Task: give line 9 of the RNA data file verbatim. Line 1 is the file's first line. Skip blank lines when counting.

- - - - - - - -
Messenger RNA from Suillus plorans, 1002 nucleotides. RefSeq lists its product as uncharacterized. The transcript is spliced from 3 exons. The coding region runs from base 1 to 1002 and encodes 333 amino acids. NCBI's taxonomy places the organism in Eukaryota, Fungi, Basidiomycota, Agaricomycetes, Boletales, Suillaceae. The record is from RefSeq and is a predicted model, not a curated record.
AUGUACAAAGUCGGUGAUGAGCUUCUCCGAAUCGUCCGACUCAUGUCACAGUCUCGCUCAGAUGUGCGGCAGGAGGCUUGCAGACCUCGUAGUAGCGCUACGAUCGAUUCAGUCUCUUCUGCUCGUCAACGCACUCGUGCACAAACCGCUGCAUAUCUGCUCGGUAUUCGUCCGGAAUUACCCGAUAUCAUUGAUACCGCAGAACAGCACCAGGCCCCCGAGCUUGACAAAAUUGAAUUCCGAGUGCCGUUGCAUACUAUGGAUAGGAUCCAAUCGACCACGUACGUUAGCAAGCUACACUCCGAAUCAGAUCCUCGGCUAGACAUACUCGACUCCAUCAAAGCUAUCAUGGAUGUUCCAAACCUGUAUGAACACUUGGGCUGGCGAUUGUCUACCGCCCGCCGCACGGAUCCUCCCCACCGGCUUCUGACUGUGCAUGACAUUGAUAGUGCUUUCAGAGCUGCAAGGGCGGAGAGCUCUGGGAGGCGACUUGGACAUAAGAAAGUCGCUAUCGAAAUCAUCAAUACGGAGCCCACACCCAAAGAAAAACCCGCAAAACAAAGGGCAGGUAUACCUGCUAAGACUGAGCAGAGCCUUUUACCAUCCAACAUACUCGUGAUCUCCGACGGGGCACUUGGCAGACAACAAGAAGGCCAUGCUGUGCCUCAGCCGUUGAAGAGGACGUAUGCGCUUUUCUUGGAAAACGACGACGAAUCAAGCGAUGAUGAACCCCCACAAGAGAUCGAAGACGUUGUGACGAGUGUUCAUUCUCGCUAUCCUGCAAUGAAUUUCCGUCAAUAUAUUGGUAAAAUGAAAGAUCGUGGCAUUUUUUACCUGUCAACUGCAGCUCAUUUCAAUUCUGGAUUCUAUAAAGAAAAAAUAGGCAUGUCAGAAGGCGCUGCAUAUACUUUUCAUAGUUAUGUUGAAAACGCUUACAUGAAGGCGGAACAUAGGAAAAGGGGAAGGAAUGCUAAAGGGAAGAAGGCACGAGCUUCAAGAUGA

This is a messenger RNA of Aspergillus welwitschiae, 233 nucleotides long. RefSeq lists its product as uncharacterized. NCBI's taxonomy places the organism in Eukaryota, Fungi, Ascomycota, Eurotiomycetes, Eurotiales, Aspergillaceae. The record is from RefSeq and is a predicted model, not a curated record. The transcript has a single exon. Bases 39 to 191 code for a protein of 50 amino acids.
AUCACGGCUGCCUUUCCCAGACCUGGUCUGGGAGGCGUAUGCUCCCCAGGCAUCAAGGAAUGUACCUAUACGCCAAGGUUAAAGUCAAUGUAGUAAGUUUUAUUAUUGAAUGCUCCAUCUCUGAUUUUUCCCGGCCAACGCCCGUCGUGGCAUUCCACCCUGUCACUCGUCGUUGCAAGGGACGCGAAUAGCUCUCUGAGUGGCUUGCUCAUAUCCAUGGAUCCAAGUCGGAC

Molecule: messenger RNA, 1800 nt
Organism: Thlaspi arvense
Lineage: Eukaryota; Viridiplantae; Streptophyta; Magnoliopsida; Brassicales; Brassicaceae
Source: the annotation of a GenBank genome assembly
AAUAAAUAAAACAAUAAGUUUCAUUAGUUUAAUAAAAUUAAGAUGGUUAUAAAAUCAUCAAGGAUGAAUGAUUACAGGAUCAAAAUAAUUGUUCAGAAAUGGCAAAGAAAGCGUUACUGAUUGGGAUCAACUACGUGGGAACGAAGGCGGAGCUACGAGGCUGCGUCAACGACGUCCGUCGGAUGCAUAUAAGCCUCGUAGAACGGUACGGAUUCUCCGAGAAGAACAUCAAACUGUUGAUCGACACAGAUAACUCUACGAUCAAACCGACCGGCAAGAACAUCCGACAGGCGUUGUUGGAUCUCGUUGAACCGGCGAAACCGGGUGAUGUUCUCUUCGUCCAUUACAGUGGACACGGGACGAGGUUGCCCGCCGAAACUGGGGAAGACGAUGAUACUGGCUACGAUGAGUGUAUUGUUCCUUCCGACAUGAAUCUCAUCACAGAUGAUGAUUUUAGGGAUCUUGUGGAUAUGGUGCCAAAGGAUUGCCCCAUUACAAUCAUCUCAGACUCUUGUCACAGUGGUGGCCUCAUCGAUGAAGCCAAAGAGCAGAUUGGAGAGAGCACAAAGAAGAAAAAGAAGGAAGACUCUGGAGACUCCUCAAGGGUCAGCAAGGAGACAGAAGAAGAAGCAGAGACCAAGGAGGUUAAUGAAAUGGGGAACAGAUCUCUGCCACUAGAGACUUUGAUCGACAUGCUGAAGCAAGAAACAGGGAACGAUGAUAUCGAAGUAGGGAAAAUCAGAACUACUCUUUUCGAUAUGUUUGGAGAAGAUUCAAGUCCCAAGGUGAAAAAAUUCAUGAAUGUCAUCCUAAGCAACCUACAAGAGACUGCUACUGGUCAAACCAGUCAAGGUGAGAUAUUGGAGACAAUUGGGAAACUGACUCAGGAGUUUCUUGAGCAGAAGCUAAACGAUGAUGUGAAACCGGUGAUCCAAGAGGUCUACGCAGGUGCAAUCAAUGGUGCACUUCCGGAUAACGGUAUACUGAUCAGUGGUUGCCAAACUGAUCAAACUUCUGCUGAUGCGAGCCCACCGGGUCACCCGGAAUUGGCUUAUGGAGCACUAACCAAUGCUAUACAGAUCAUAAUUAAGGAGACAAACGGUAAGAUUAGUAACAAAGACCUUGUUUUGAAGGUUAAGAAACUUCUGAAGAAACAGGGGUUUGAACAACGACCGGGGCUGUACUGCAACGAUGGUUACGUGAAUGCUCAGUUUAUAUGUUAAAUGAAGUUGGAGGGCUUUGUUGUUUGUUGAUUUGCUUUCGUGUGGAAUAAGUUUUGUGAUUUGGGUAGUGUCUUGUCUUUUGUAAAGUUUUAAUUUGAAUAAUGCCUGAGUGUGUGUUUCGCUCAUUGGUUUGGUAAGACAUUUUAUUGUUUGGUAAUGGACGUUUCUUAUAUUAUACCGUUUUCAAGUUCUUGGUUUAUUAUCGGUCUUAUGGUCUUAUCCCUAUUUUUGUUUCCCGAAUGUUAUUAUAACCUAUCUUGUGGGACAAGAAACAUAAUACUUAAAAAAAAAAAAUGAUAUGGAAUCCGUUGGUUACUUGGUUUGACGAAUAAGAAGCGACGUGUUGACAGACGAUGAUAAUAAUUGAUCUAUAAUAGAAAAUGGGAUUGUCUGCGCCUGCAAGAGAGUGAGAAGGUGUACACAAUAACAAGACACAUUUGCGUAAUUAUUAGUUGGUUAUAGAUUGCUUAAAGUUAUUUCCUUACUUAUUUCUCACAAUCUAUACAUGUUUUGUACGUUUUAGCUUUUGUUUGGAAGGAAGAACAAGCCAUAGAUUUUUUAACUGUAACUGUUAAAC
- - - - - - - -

AAUAAAUAAAACAAUAAGUUUCAUUAGUUUAAUAAAAUUAAGAUGGUUAUAAAAUCAUCAAGGAUGAAUGAUUACAGGAUCAAAAUAAUUGUUCAGAAAUGGCAAAGAAAGCGUUACUGAUUGGGAUCAACUACGUGGGAACGAAGGCGGAGCUACGAGGCUGCGUCAACGACGUCCGUCGGAUGCAUAUAAGCCUCGUAGAACGGUACGGAUUCUCCGAGAAGAACAUCAAACUGUUGAUCGACACAGAUAACUCUACGAUCAAACCGACCGGCAAGAACAUCCGACAGGCGUUGUUGGAUCUCGUUGAACCGGCGAAACCGGGUGAUGUUCUCUUCGUCCAUUACAGUGGACACGGGACGAGGUUGCCCGCCGAAACUGGGGAAGACGAUGAUACUGGCUACGAUGAGUGUAUUGUUCCUUCCGACAUGAAUCUCAUCACAGAUGAUGAUUUUAGGGAUCUUGUGGAUAUGGUGCCAAAGGAUUGCCCCAUUACAAUCAUCUCAGACUCUUGUCACAGUGGUGGCCUCAUCGAUGAAGCCAAAGAGCAGAUUGGAGAGAGCACAAAGAAGAAAAAGAAGGAAGACUCUGGAGACUCCUCAAGGGUCAGCAAGGAGACAGAAGAAGAAGCAGAGACCAAGGAGGUUAAUGAAAUGGGGAACAGAUCUCUGCCACUAGAGACUUUGAUCGACAUGCUGAAGCAAGAAACAGGGAACGAUGAUAUCGAAGUAGGGAAAAUCAGAACUACUCUUUUCGAUAUGUUUGGAGAAGAUUCAAGUCCCAAGGUGAAAAAAUUCAUGAAUGUCAUCCUAAGCAACCUACAAGAGACUGCUACUGGUCAAACCAGUCAAGGUGAGAUAUUGGAGACAAUUGGGAAACUGACUCAGGAGUUUCUUGAGCAGAAGCUAAACGAUGAUGUGAAACCGGUGAUCCAAGAGGUCUACGCAGGUGCAAUCAAUGGUGCACUUCCGGAUAACGGUAUACUGAUCAGUGGUUGCCAAACUGAUCAAACUUCUGCUGAUGCGAGCCCACCGGGUCACCCGGAAUUGGCUUAUGGAGCACUAACCAAUGCUAUACAGAUCAUAAUUAAGGAGACAAACGGUAAGAUUAGUAACAAAGACCUUGUUUUGAAGGUUAAGAAACUUCUGAAGAAACAGGGGUUUGAACAACGACCGGGGCUGUACUGCAACGAUGGUUACGUGAAUGCUCAGUUUAUAUGUUAAAUGAAGUUGGAGGGCUUUGUUGUUUGUUGAUUUGCUUUCGUGUGGAAUAAGUUUUGUGAUUUGGGUAGUGUCUUGUCUUUUGUAAAGUUUUAAUUUGAAUAAUGCCUGAGUGUGUGUUUCGCUCAUUGGUUUGGUAAGACAUUUUAUUGUUUGGUAAUGGACGUUUCUUAUAUUAUACCGUUUUCAAGUUCUUGGUUUAUUAUCGGUCUUAUGGUCUUAUCCCUAUUUUUGUUUCCCGAAUGUUAUUAUAACCUAUCUUGUGGGACAAGAAACAUAAUACUUAAAAAAAAAAAAUGAUAUGGAAUCCGUUGGUUACUUGGUUUGACGAAUAAGAAGCGACGUGUUGACAGACGAUGAUAAUAAUUGAUCUAUAAUAGAAAAUGGGAUUGUCUGCGCCUGCAAGAGAGUGAGAAGGUGUACACAAUAACAAGACACAUUUGCGUAAUUAUUAGUUGGUUAUAGAUUGCUUAAAGUUAUUUCCUUACUUAUUUCUCACAAUCUAUACAUGUUUUGUACGUUUUAGCUUUUGUUUGGAAGGAAGAACAAGCCAUAGAUUUUUUAACUGUAACUGUUAAAC